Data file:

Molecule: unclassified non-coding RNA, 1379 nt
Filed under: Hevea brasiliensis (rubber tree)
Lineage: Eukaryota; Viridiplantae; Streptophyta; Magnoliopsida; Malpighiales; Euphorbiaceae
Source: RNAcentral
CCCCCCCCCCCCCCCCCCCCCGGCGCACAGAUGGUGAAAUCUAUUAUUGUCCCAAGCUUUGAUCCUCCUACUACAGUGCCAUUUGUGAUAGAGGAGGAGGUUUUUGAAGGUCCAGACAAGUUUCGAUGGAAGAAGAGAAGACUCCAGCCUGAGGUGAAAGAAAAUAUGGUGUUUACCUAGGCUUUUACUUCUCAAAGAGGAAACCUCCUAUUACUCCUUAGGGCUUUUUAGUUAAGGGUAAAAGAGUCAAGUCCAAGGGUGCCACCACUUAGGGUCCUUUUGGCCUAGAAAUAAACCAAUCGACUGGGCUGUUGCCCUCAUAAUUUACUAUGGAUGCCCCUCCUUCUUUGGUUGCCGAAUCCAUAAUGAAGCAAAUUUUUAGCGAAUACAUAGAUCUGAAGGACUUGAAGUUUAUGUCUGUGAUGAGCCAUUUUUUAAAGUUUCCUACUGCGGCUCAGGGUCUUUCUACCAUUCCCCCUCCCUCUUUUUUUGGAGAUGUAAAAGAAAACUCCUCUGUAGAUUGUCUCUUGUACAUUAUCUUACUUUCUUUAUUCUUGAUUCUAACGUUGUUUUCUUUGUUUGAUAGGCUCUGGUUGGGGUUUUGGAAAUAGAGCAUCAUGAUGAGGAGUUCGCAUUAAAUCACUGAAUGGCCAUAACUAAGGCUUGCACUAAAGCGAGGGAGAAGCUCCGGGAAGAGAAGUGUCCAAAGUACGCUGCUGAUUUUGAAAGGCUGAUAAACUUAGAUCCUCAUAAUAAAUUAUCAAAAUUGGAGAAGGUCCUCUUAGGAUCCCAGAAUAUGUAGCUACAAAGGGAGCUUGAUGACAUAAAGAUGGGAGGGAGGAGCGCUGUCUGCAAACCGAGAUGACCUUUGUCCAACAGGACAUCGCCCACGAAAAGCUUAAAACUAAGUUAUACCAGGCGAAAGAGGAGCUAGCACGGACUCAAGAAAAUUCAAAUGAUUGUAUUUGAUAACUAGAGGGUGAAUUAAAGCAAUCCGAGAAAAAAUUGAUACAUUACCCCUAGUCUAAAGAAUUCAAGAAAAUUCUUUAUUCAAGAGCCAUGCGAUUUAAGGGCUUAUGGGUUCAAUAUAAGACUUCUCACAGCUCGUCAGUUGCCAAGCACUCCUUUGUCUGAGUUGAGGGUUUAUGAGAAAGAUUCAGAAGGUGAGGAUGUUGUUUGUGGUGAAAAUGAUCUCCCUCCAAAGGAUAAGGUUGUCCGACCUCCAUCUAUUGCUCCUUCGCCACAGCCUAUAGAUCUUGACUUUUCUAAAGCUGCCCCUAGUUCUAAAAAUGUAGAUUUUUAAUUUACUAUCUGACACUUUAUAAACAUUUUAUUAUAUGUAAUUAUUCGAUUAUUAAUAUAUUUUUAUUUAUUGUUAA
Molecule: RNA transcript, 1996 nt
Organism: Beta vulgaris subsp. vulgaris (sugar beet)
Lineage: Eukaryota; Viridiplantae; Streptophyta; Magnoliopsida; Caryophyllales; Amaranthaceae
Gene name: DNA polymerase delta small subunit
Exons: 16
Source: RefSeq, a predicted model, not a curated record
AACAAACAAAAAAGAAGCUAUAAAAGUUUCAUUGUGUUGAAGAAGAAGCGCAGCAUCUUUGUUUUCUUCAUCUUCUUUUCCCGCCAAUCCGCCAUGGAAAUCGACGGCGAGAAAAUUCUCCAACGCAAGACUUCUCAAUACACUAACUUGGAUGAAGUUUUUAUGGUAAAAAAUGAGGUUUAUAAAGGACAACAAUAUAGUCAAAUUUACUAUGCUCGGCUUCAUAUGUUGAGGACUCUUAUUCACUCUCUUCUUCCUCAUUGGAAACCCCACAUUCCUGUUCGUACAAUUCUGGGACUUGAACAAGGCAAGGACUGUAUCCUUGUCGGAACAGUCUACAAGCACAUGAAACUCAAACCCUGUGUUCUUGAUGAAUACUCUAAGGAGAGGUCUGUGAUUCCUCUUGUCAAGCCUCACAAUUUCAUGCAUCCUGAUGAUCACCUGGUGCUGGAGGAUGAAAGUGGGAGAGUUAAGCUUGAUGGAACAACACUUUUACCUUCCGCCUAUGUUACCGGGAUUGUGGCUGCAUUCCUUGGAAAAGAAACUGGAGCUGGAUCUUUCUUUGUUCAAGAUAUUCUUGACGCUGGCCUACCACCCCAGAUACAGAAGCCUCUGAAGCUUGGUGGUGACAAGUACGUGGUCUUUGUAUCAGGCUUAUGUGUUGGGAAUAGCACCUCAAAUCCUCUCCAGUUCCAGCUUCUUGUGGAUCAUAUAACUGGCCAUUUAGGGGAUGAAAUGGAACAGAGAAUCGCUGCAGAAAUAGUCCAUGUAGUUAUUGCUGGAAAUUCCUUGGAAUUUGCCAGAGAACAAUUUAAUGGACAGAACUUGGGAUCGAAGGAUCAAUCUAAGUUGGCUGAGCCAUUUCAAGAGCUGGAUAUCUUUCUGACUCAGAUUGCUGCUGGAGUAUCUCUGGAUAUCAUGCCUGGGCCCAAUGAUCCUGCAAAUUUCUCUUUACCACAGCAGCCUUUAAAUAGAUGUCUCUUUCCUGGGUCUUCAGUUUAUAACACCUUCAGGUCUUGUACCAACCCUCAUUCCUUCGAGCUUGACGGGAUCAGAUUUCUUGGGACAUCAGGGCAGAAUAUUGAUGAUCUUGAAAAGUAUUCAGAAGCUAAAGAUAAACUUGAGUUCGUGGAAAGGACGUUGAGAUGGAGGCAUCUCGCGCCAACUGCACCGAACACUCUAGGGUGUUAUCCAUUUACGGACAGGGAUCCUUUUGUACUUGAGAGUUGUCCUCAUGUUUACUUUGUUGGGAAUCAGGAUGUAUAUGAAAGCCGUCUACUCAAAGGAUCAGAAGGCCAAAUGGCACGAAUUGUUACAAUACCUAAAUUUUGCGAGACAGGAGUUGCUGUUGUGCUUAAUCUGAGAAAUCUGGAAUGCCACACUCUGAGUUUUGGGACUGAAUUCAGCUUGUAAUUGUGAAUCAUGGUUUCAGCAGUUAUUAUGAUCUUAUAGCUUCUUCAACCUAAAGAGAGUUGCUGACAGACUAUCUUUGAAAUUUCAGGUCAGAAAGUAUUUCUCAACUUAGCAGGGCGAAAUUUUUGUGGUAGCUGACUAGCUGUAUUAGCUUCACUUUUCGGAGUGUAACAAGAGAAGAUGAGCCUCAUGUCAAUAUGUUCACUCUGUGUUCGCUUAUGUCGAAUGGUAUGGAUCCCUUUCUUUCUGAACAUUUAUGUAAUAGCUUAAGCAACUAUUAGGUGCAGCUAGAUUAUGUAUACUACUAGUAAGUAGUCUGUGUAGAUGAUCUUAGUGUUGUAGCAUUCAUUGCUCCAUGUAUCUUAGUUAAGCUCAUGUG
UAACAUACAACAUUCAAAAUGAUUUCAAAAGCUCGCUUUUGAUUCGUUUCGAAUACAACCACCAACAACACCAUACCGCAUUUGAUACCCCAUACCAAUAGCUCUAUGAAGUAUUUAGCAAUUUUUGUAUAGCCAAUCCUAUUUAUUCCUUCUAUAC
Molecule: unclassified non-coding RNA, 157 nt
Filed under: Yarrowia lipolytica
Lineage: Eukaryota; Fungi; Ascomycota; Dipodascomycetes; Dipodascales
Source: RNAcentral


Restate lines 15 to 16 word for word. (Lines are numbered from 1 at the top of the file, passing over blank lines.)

Filed under: Yarrowia lipolytica
Lineage: Eukaryota; Fungi; Ascomycota; Dipodascomycetes; Dipodascales